Wednesday, July 25, 2007

Wrapping Up for the Season

This past Friday, we closed out the 2007 field season at Danbury. Everyone was very busy removing the last features and backfilling deep excavation units. Jim Bowers and crew removed the last of the bundle burials from "The Ossuary," alias Burial Feature 07-04. This feature turned out to be truly astounding. Our field counts of crania alone exceeded 20 individuals, and the post-cranial bones were densely packed into the center of the pit. We found no birdstones or exotic artifacts in the ossuary, which disappointed a few crew members, but we also found nothing to contradict our working hypothesis that the feature is of Early Woodland age.

This conclusion is based on two observations. One is that only thick, cordmarked, grit-tempered pot sherds, resembling the Leimbach series, were found scattered among the bones, nothing of later vintage was found. Secondly, our cursory examination of some of the teeth appeared heavily worn and with little to no evidence of tooth decay. Such healthy but worn-out teeth are much more typical of hunting and gathering populations such as the Late Archaic and Early Woodland inhabitants of this region, than of Late Woodland or Late Prehistoric period maize agriculturalists. I guess we will have to radiocarbon date one or two samples of bone to find out the real age of this intriguing feature.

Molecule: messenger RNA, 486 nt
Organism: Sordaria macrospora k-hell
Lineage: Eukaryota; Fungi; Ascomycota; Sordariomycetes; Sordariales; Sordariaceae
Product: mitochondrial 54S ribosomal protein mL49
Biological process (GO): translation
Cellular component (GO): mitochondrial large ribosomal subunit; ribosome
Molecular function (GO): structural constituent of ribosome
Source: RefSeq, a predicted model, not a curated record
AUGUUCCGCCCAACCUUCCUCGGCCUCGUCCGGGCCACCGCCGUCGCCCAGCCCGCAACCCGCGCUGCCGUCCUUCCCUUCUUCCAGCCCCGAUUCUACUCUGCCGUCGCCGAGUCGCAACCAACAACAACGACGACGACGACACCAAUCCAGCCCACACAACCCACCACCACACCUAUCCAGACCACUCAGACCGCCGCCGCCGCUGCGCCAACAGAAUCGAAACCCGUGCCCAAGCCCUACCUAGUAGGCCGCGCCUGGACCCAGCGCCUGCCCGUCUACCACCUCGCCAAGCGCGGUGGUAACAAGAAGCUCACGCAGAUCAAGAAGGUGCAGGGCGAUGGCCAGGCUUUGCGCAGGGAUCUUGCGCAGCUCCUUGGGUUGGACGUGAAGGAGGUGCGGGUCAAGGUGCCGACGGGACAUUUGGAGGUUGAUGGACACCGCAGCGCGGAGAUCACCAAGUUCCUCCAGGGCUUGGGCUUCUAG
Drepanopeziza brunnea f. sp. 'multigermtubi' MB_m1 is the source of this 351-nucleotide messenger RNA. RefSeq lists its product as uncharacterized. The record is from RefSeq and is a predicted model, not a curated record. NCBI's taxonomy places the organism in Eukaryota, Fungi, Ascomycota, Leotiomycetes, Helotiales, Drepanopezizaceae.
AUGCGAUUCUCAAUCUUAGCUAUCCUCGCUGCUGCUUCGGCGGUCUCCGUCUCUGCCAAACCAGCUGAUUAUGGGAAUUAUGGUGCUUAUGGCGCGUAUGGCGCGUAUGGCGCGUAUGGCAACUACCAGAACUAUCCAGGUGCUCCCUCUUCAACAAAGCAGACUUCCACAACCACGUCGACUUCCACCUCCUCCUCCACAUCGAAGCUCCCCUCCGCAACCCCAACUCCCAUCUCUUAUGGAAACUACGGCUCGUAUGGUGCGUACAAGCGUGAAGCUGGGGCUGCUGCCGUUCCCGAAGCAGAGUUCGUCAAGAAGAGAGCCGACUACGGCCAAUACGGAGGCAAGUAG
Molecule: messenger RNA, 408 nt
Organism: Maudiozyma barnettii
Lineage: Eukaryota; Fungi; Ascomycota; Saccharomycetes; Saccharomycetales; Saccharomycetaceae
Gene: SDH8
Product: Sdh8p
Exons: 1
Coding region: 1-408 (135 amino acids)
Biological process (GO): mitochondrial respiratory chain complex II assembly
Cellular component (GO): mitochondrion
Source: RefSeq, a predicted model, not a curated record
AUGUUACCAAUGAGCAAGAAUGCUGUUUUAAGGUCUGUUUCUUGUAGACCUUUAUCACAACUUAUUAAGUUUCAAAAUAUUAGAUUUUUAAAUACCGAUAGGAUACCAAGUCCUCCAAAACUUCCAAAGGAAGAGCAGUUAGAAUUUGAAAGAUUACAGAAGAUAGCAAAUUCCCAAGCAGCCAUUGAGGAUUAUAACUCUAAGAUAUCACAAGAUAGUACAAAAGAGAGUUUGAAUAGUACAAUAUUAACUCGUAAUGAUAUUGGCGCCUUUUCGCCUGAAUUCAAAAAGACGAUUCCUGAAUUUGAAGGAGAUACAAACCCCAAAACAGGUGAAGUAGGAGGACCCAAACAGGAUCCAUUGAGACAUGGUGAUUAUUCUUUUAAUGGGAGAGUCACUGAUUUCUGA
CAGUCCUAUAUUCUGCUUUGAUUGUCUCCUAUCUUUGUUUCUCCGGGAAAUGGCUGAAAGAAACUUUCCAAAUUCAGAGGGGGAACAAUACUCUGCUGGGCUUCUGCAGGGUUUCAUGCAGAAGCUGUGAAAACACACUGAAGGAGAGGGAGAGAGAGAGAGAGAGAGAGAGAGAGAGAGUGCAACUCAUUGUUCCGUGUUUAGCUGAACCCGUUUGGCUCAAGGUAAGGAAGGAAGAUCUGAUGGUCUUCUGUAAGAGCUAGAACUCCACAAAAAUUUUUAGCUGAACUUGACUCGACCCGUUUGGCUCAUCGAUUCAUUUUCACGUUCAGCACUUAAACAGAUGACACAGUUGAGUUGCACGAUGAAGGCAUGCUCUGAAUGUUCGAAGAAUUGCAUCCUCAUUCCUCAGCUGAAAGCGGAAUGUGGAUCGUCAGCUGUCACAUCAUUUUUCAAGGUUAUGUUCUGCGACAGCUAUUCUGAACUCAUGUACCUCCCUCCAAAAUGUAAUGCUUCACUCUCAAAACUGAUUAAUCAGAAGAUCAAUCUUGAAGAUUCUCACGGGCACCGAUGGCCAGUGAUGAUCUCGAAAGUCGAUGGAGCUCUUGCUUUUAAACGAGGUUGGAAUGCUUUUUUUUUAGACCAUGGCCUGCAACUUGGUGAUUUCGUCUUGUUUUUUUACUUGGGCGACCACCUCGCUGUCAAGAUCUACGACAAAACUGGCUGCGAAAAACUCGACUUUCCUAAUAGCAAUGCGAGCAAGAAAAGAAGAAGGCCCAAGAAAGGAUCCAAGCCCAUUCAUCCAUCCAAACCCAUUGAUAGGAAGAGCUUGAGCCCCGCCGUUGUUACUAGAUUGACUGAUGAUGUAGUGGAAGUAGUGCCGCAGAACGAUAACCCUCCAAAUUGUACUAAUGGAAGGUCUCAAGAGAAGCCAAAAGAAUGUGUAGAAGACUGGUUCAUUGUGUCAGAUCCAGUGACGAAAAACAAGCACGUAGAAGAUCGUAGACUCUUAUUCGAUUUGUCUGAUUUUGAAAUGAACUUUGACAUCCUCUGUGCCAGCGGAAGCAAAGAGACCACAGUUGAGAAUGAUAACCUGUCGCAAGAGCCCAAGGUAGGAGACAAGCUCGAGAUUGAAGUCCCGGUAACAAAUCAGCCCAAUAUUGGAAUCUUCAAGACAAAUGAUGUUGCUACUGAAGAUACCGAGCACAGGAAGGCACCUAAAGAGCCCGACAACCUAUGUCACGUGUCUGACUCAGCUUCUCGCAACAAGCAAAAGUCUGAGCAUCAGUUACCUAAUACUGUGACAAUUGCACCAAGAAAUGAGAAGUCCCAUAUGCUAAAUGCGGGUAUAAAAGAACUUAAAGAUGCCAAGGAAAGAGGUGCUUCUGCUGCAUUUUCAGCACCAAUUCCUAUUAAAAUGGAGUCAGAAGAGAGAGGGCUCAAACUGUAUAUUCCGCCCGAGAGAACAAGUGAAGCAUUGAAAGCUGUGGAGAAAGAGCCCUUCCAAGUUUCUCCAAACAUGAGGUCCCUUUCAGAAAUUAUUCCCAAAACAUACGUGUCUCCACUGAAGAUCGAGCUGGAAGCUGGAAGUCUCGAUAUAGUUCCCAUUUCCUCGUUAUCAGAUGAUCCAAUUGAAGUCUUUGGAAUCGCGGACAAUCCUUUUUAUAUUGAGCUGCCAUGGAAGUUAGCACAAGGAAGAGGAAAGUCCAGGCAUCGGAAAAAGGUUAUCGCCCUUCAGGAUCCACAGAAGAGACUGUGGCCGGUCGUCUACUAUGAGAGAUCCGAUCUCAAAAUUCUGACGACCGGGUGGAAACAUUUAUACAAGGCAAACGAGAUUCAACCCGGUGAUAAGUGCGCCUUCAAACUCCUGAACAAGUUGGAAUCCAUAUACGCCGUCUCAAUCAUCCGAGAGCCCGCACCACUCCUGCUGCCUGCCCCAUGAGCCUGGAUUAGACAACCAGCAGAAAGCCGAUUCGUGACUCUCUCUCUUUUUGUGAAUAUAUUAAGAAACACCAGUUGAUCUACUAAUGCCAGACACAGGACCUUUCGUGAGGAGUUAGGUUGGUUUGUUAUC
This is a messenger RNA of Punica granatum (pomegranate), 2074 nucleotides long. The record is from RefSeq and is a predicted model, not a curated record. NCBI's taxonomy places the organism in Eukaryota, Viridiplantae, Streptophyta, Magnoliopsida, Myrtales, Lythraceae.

I plan to continue my entries to this blog for the next few months with updates on our work in the lab as well as posts on some of the other interesting projects we have underway.

Finally, let me finish with a final "farewell" and big "thank you" to all our very hard-working and very interested field school volunteers and students. You all did a fantastic job and worked steadily in the heat and in the slop (last week). You are directly responsible for the great success we have had this season. Also, we remain grateful to Greg Spatz and Cove on the Bay for allowing us to do this work and continuing to do "the right thing" when it comes to saving a part of this extremely important archaeological resource.

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